Memo justifying drone killing of American al-Qaida leader is released

Tribune Washington Bureau

WASHINGTON — A previously secret Justice Department memo, released by a federal appeals court Monday, justified the targeted killing of Anwar al-Awlaki, an American citizen who was killed by a drone strike in Yemen in 2011, on the grounds that as a leader of an al-Qaida affiliate, he was actively “engaged in hostilities against the United States.”

The 2010 memo was written by David Barron, the acting head of the Justice Department’s Office of Legal Counsel at the time, and concluded that neither the Constitution nor several federal statutes would prevent the president from ordering the killing of someone in al-Awlaki’s circumstances.

“At least where, as here, the target’s activities pose a ‘continued and imminent threat of violence or death’ to U.S. persons, ‘the highest officers in the Intelligence Community have reviewed the factual basis’ for the lethal operation, and a capture operation would be infeasible,” the killing would be considered a lawful act of war, the memo concluded.

The existence of the memo and the outline of its legal argument for why the government had authority to kill al-Awlaki, who was born in New Mexico, has been known for some time. But the release of a redacted copy by a federal appeals court in New York provided the first public view of the specifics.

The Obama administration had resisted efforts to release the document to the public, but lost that fight in the appeals court and decided against appealing further.

Barron, who wrote at least three memos on the subject, was recently confirmed as a federal judge after the Obama administration agreed to a demand from several senators that they be allowed to read the documents.

“In the present circumstances, as we understand the facts, the U.S. citizen in question has gone overseas and become part of the forces of an enemy with which the United States is engaged in an armed conflict; that person is engaged in continual planning and direction of attacks upon U.S. persons from one of the enemy’s overseas bases of operations; the U.S. government does not know precisely when such attacks will occur; and a capture operation would be infeasible,” Barron wrote.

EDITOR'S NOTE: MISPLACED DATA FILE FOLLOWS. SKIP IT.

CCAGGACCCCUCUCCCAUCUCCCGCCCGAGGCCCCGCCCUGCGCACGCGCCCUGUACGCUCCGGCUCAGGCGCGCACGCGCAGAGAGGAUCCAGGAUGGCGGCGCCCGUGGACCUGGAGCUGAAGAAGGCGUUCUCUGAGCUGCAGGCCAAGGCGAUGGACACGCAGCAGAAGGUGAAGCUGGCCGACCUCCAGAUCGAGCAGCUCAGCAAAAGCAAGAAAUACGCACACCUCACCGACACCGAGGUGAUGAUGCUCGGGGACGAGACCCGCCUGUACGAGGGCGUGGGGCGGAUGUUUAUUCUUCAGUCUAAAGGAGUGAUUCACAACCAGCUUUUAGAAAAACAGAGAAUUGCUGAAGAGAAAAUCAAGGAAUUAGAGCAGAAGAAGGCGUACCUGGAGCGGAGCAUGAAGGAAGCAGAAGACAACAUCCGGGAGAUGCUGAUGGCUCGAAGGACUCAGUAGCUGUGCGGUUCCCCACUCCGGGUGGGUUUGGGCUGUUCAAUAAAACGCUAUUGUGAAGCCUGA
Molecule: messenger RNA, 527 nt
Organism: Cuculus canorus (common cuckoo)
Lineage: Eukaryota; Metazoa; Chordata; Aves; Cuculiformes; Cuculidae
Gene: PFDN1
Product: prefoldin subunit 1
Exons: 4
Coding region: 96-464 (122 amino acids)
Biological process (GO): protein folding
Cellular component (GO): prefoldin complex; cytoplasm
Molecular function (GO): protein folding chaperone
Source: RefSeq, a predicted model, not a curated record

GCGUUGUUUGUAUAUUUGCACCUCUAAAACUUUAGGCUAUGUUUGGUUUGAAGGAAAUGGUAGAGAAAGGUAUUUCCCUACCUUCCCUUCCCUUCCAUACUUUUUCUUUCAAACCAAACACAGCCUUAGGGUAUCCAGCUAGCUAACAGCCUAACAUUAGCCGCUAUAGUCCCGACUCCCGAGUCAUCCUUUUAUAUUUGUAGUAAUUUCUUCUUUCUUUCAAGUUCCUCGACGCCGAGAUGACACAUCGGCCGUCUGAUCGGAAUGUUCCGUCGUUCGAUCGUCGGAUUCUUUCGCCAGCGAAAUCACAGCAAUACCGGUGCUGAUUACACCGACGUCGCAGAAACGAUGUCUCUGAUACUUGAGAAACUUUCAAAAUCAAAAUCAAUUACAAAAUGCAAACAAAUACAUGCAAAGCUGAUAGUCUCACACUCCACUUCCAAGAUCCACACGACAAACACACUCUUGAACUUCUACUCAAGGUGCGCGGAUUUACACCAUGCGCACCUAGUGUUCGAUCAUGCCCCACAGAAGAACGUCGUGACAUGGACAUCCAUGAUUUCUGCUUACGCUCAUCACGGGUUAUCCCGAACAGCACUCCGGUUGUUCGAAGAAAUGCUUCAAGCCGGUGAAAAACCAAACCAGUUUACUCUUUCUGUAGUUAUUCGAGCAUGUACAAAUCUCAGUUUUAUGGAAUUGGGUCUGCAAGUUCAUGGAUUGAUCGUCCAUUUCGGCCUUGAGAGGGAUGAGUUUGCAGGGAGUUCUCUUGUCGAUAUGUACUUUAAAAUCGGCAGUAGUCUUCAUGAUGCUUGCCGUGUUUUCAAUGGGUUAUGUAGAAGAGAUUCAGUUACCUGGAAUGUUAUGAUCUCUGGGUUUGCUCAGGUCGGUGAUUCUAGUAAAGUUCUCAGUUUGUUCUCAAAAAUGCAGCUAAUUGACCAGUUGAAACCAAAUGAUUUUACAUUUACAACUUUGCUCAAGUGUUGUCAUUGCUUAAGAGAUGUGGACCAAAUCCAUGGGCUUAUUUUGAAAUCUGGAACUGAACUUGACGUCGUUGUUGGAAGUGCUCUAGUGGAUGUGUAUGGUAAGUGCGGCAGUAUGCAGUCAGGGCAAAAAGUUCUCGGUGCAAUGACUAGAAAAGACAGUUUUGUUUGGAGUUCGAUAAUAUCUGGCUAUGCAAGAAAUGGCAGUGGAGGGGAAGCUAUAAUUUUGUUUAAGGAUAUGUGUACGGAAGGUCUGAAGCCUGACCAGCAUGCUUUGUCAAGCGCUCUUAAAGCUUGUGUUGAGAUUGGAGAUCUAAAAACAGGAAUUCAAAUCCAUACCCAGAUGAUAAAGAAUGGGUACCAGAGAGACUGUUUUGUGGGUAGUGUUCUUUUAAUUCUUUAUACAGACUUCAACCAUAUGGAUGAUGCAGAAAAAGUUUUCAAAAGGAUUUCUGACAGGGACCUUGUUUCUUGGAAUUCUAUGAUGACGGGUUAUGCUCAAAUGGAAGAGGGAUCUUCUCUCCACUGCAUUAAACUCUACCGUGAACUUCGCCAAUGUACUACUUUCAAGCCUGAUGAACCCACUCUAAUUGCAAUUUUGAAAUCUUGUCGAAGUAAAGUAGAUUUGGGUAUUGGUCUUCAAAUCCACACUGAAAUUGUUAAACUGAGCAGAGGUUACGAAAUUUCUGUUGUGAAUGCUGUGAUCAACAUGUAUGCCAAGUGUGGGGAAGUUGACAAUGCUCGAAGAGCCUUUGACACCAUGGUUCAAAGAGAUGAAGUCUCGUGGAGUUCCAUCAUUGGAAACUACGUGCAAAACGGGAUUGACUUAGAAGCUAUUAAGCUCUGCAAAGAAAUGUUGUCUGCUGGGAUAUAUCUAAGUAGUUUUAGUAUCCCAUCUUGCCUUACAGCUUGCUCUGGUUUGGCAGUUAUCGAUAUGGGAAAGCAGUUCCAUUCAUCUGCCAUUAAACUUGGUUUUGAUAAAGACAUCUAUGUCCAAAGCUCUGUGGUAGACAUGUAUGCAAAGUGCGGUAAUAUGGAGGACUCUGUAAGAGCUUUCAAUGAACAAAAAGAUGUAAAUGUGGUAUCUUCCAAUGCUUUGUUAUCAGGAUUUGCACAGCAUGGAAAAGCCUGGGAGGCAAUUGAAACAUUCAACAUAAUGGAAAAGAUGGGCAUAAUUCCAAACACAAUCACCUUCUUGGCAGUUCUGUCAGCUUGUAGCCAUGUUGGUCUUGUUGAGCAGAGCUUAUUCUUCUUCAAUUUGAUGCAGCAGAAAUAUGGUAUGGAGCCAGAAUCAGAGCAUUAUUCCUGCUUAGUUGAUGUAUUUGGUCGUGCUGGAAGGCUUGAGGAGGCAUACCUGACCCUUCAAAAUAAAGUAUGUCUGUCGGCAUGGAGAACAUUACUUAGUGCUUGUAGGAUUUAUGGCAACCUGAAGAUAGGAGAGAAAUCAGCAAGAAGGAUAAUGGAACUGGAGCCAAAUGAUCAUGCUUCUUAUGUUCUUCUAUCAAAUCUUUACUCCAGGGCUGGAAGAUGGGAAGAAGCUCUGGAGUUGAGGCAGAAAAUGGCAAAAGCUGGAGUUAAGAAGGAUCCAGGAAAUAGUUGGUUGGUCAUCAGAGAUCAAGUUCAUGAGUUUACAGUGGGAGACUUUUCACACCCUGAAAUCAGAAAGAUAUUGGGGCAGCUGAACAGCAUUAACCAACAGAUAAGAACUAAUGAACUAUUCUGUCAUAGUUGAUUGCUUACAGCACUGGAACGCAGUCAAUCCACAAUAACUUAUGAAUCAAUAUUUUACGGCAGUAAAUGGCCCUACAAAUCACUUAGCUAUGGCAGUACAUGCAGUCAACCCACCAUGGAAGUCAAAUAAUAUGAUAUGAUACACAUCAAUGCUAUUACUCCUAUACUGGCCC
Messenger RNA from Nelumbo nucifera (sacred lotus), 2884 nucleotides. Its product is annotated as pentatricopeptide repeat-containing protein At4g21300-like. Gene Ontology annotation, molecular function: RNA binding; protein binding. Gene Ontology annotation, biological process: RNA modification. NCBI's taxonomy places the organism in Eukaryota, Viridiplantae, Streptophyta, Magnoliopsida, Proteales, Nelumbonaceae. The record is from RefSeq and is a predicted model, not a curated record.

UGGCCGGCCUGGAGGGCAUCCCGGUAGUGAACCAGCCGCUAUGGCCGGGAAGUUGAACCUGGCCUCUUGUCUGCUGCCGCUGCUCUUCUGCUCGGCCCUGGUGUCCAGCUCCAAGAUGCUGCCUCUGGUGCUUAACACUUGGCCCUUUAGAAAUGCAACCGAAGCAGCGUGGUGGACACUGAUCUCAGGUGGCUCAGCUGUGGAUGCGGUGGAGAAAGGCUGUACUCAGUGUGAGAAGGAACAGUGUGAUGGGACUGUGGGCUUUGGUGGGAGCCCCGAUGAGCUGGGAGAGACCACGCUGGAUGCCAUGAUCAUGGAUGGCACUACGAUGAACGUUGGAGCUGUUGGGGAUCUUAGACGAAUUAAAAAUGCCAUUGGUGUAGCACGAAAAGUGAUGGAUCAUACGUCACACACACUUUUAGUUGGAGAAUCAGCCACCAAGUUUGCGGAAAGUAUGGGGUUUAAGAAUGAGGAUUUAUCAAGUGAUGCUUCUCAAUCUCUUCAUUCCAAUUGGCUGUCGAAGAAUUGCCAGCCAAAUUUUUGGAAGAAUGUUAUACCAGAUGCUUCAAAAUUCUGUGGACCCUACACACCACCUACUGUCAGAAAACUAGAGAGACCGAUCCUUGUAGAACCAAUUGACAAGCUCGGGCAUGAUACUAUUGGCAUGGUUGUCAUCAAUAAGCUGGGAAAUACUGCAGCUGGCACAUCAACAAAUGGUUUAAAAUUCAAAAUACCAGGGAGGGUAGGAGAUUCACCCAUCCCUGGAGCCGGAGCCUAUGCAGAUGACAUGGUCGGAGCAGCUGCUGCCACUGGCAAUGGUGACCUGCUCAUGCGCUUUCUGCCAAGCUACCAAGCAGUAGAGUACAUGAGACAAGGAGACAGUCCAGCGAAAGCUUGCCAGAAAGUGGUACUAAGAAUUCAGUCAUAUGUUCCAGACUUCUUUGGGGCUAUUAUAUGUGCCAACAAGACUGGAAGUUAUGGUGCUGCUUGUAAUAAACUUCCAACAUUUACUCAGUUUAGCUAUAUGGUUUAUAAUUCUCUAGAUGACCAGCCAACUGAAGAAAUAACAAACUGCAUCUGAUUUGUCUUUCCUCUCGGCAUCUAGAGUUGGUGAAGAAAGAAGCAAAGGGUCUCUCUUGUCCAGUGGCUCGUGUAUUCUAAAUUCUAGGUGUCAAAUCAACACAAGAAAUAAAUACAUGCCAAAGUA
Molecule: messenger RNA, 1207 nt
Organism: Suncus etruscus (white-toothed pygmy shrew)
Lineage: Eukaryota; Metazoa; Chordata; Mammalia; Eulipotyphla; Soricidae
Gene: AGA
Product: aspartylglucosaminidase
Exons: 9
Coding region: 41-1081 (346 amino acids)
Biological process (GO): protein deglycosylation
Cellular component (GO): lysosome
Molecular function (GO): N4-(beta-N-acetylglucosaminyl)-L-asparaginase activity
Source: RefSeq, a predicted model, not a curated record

In those circumstances, “the Constitution would not require the government to provide further process” such as advance notice or a court hearing before carrying out a deadly strike, he wrote.

In a statement, a lawyer representing al-Awlaki’s family criticized the legal reasoning in the memo.

“The DOJ memo confirms that the government’s drone killing program is built on gross distortions of law,” said Pardiss Kebriaei of the New York-based Center for Constitutional Rights.

The memo authorized either the U.S. military or the CIA to carry out a strike against al-Awlaki. The drone strike in which he was killed, which also took the life of another U.S. citizen who was traveling with him, was carried out by the military. The second victim was not a target, U.S. officials said later.

More in Local News

Fatal car crash reported on Highway 92 near Lake Stevens

The 3 p.m. accident and investigation stopped traffic in both directions near Machias Road.

Mayor tries new tactic to curb fire department overtime

Stephanson says an engine won’t go into service when the only available staff would be on overtime.

Jamie Copeland is a senior at Cedar Park Christian Schools’ Mountlake Terrace campus. She is a basketball player, ASB president, cheerleader and, of course, a Lion. (Dan Bates / The Herald)
Cedar Park Christian senior stepping up to new challenges

Jamie Copeland’s academics include STEM studies, leadership, ASB activities, honor society.

Cheering families welcome Kidd, Shoup after 6 months at sea

“I get back Daddy back today,” said one homemade sign at Naval Station Everett.

Paine Field fire chief will be allowed to retire

In his letter, the airport director noted Jeff Bohnet was leaving while under investigation.

Stanwood man, 33, killed in crash near Marysville

Speed may have been a factor, the sheriff’s department said.

County plans to sue to recoup costs from ballot drop-box law

A quarter-million dollars could be spent adding 19 ballot boxes in rural areas.

Woman, 47, found dead in Marysville jail cell

She’d been in custody about four days after being arrested on warrants, police said.

Son arrested for hitting father on head at Marysville home

The father grabbed a metal rod and struck his son in the head, too. Both needed medical treatment.

Most Read